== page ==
Can you let me know what I should be testing for to benchmark my current vitamin, iron, etc. level? I'm nursing a 10-month-old and want to make sure that I'm giving him adequant nutrition. I'm also preparing my body for another pregnancy sometime in the future. Thanks!
asked byKartya13 (40)
Get FREE instant access to our Paleo For Beginners Guide & 15 FREE Recipes!
on June 25, 2011
at 08:55 PM
According to my WIC nutritionist wife:
"Her hemoglobin (iron) needs to be at least 12.0, and the child should start eating iron-filled foods on it's own at this point. She should be sure to take a good multi-vitamin, even continuing her pre-natals, if she wants."
on June 27, 2011
at 03:27 PM
During pregnancy and breast feeding of our first kid, my wife craved steak and dark greens with dinner EVERY night. It was just a constant thing, we started to joke about it. Fortunately I like this meal so it worked for the two of us. But it was steak and kale, steak and spinach, steak and chard, etc. virtually every night.
We often thought that this was triggered by her body requiring iron, and that it might have to do with different blood type between her (A+) and the kid (type O), the theory being that type O's require more iron in their diets and tend to favor more meat-oriented and iron-heavy diet. This theory is just based on anecdotal evidence and some reading (i.e. "Eat Right For Your Type"), and was never supported by the doctor.
The pediatrician did comment that my wife's iron levels were among the highest she had seen (in a good way, at the upper end of normal, not too high). There is a common hemoglobin test where they put a drop of your blood in a solution and see if it floats, sinks, and how fast it sinks.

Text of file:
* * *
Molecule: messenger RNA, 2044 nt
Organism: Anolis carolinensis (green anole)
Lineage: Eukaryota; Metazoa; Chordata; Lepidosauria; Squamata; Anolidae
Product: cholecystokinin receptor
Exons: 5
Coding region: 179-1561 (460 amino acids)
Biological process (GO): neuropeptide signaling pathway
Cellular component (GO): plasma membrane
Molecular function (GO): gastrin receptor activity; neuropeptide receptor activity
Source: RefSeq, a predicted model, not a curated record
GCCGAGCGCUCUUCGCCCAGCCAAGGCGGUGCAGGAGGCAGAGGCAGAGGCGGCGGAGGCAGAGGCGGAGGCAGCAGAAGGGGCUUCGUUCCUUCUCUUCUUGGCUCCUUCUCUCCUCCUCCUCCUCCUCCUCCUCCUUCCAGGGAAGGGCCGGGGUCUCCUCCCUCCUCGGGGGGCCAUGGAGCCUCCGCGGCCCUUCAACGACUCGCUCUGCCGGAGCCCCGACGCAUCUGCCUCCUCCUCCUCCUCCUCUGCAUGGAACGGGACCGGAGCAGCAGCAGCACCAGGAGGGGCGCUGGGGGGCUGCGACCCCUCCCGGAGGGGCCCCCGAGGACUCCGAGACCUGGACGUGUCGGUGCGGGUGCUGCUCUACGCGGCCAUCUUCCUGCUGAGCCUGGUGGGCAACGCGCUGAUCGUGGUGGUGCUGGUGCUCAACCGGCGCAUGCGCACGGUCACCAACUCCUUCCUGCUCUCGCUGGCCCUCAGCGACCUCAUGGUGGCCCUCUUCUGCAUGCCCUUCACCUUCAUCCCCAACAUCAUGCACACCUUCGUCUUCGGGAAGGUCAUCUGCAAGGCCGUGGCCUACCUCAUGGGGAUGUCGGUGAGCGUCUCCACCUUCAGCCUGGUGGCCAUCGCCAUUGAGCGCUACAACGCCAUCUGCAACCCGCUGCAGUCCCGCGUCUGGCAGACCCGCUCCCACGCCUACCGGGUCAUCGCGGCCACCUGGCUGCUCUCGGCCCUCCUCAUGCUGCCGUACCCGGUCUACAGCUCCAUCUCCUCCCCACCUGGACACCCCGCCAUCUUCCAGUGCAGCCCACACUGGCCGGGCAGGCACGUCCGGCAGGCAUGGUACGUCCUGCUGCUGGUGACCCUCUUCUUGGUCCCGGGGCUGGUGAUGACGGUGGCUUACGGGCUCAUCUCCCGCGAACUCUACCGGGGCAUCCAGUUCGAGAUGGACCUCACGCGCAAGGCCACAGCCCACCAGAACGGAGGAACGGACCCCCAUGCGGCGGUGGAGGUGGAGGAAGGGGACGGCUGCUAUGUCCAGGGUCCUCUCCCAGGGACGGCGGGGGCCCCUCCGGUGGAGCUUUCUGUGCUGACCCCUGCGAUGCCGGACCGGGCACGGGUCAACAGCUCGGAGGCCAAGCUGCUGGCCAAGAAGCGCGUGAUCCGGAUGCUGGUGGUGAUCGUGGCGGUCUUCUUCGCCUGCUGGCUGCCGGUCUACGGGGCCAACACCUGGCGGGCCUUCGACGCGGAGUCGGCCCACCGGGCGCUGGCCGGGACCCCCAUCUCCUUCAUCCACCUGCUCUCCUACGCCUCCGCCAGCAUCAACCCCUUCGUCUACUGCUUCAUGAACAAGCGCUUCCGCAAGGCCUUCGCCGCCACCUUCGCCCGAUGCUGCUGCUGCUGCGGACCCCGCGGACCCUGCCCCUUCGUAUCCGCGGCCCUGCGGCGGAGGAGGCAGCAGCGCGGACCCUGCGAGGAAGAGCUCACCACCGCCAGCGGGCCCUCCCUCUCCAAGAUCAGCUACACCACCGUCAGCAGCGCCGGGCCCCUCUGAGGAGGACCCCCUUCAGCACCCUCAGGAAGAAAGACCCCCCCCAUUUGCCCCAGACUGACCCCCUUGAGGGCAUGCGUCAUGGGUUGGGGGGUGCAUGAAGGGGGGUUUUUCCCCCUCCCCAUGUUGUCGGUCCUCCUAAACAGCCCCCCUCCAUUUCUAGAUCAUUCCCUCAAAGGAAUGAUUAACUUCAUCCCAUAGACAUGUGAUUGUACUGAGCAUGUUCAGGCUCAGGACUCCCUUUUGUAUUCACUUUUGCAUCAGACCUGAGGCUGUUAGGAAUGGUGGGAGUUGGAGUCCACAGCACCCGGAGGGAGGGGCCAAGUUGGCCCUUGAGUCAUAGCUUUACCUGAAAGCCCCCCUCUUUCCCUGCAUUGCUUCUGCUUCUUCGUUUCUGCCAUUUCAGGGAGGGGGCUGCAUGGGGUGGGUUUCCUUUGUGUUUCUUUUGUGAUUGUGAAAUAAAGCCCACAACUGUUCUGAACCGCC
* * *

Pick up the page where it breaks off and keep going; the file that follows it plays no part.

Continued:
on June 27, 2011
at 11:52 AM
One of Robb Wolf's recent podcasts (I think 3 weeks ago now) covered this topic almost exactly. I believe they even have the transcripts on his website (I can't check it, its blocked by my work proxy.) They go into some pretty good detail about everything.
on June 26, 2011
at 03:19 AM
I'm not a nurse or a doctor so I'm obviously not an expert but from what I've read, iron in breastmilk is much more absorbable than iron from supplements so even though there's less in it, baby should be able to get most of her iron from breastmilk. Food is for fun until they're closer to one years old. That said, get her and yourself tested for iron levels and if you both look good it's probably fine. From what I've read, on the crunchier circles is that iron deficiencies in women are often a gut imbalance from too many iron-hungry bacteria types. So supplementing will often just feed the bacteria and not help iron levels. That's why a lot of anemic pregnant women see no improvement from iron supplementation in pills.
Grassfed liver is a wonderful first food for babies and it's full of iron, B-12, etc. My son likes to chew on big strips of it. He's 6 months but he refuses puree's.
The only supplement I give him is Cod liver oil and D drops. It might be surprising but he LOVES the cod liver oil. He slurps it up hungrily. I think babies intuitively eat what they need as long as we don't dement their taste buds with neolithic agents of disease.
I personally take a high quality prenatal, 6 carlson CLO capsules, 2 DHA carlson capsules, 100mg CoQ10, 180mcg K-2 mk-7, another 4000 Vitamin D-3, B complex, Magnesium, either a half an egg shell in a smoothie or a Calcium complex, and then I make sure I get all my other trace minerals like zinc from shellfish, bone-in sardines, liver, raw pastured egg yolks, and cruciferous veggies on a bi/tri-weekly basis. I also eat lots of red meat, sprinkle nutritional yeast on stuff, and try to listen to my body when it says to eat more veggies.